“As has been reported on a variety of blogs around the net, IBM today is publishing an announcement on its Intranet site encouraging all 320,000+ employees world wide to consider engaging actively in the practice of “blogging”… The core principles — written by IBM bloggers over a period of ten days using an internal wiki — are designed to guide IBMers as they figure out what they’re going to blog about so they don’t end up like certain notable ex-employees of certain notable other companies. They’re also intended to communicate IBM’s position on such practices as astroturfing, covert marketing, and openly goading or berating competitors — specifically, don’t do it…While the final draft was polished up a bit by the corporate communications and legal folks, the bullet points were written by IBM’s bloggers based on what they felt was important — both for them and for the company…
Guidelines for IBM Bloggers: Executive Summary
1. Know and follow IBM’s Business Conduct Guidelines.
2. Blogs, wikis and other forms of online discourse are individual interactions, not corporate communications. IBMers are personally responsible for their posts. Be mindful that what you write will be public for a long time — protect your privacy.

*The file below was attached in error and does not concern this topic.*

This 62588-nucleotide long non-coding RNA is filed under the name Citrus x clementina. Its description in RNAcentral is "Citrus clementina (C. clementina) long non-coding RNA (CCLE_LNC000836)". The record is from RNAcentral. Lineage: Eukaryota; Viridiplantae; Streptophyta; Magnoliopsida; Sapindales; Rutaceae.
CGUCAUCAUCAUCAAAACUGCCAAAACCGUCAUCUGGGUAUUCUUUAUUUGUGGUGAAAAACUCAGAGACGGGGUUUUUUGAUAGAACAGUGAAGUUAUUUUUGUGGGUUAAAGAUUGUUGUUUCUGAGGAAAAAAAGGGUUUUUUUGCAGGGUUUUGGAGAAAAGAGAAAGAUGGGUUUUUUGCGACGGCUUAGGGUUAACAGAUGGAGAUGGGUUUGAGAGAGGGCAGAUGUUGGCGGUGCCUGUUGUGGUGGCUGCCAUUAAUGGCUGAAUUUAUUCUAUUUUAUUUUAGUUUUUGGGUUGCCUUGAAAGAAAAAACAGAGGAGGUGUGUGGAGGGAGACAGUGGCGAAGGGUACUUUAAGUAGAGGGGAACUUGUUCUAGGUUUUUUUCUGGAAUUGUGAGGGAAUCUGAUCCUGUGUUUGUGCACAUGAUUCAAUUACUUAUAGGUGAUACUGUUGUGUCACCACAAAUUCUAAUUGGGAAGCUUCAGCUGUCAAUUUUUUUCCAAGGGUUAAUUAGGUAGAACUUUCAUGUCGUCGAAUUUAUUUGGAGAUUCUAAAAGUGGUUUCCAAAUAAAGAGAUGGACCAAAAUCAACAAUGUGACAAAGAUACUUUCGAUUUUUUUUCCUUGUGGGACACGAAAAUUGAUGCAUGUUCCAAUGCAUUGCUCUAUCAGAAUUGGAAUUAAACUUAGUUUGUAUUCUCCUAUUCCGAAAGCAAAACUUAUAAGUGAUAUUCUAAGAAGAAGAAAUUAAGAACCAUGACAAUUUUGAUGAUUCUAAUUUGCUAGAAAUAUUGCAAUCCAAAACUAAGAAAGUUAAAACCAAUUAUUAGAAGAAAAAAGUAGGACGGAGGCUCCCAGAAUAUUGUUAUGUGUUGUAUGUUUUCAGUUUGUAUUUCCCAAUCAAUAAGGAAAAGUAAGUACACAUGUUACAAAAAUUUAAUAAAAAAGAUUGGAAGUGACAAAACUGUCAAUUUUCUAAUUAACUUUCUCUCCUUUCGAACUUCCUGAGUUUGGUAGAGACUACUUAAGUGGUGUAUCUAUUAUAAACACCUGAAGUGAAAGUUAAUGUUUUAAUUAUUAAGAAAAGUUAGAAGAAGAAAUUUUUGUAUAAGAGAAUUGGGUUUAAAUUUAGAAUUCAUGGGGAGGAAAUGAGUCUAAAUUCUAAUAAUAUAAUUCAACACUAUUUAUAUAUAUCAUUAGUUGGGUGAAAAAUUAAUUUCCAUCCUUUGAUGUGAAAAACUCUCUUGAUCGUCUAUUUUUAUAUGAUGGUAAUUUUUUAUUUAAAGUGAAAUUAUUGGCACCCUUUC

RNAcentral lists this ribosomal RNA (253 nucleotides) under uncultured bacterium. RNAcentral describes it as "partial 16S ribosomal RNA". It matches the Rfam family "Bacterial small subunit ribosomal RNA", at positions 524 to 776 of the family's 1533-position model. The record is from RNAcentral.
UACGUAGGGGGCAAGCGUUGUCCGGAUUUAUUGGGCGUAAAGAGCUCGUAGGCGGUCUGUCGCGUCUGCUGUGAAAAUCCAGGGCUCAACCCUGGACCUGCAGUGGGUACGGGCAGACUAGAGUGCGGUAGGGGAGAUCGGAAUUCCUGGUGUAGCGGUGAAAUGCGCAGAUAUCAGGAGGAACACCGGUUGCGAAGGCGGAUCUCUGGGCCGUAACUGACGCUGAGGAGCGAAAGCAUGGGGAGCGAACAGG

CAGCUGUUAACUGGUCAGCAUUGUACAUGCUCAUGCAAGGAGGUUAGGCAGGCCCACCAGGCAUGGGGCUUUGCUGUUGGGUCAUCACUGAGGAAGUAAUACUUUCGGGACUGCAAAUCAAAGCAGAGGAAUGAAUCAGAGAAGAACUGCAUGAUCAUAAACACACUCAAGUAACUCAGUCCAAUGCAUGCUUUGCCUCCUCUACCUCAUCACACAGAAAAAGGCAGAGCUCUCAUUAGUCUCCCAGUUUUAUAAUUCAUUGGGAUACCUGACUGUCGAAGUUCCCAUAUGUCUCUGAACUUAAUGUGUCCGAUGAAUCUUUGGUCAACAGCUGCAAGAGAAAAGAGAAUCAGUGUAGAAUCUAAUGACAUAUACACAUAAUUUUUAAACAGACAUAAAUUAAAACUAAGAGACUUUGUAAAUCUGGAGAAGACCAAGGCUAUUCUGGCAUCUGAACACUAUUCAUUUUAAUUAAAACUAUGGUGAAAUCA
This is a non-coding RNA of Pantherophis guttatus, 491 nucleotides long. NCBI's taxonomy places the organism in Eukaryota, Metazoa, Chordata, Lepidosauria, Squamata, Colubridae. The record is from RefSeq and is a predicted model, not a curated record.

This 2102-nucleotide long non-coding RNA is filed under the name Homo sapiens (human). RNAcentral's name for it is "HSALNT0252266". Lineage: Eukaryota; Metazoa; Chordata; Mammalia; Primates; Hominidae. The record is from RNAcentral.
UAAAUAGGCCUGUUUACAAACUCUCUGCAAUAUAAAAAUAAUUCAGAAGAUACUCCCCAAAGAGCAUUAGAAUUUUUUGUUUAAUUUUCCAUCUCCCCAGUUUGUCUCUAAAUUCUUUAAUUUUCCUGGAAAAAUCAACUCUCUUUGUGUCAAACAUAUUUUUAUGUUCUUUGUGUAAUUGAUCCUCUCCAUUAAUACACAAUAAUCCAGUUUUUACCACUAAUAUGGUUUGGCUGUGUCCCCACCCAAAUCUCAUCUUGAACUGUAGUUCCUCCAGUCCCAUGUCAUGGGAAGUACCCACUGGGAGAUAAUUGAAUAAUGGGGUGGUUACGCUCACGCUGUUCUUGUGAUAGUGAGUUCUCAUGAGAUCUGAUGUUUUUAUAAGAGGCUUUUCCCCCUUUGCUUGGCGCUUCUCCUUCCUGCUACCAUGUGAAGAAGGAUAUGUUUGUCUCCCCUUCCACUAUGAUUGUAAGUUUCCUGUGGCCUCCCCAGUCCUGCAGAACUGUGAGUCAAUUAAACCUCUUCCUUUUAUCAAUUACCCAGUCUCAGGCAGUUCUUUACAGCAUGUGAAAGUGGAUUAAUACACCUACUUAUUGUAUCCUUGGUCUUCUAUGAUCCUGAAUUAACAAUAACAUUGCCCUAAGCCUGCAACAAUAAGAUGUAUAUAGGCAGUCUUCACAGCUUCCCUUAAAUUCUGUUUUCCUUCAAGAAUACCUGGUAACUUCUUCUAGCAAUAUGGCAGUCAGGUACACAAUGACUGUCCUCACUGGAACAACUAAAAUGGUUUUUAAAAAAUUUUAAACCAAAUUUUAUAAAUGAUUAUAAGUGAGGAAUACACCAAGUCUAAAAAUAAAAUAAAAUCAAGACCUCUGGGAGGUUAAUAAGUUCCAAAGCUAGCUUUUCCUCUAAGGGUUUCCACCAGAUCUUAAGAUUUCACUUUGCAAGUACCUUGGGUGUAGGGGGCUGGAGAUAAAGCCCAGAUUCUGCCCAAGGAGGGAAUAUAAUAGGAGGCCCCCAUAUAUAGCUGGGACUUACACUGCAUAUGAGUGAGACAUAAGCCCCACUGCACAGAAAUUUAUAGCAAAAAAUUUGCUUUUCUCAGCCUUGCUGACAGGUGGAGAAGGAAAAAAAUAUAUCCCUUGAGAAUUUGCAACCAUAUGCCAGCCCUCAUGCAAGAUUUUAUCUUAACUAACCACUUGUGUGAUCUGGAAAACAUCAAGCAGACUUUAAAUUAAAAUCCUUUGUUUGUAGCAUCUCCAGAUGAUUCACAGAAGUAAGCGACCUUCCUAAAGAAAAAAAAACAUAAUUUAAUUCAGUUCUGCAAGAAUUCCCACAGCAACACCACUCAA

3. Identify yourself — name and, when relevant, role at IBM — when you blog about IBM or IBM-related matters. And write in the first person. You must make it clear that you are speaking for yourself and not on behalf of IBM.
4. If you publish a blog or post to a blog and it has something to do with work you do or subjects associated with IBM, use a disclaimer such as this: ‘The postings on this site are my own and don’t necessarily represent IBM’s positions, strategies or opinions.’
5. Respect copyright, fair use and financial disclosure laws.
6. Don’t provide IBM’s or another’s confidential or other proprietary information.
7. Don’t cite or reference clients, partners or suppliers without their approval.
8. Respect your audience. Don’t use ethnic slurs, personal insults, obscenity, etc., and show proper consideration for others’ privacy and for topics that may be considered objectionable or inflammatory — such as politics and religion.
9. Find out who else is blogging on the topic, and cite them.
10. Don’t pick fights, be the first to correct your own mistakes, and don’t alter previous posts without indicating that you have done so.
11. Try to add value. Provide worthwhile information and perspective.”
For more see this post from James Snell.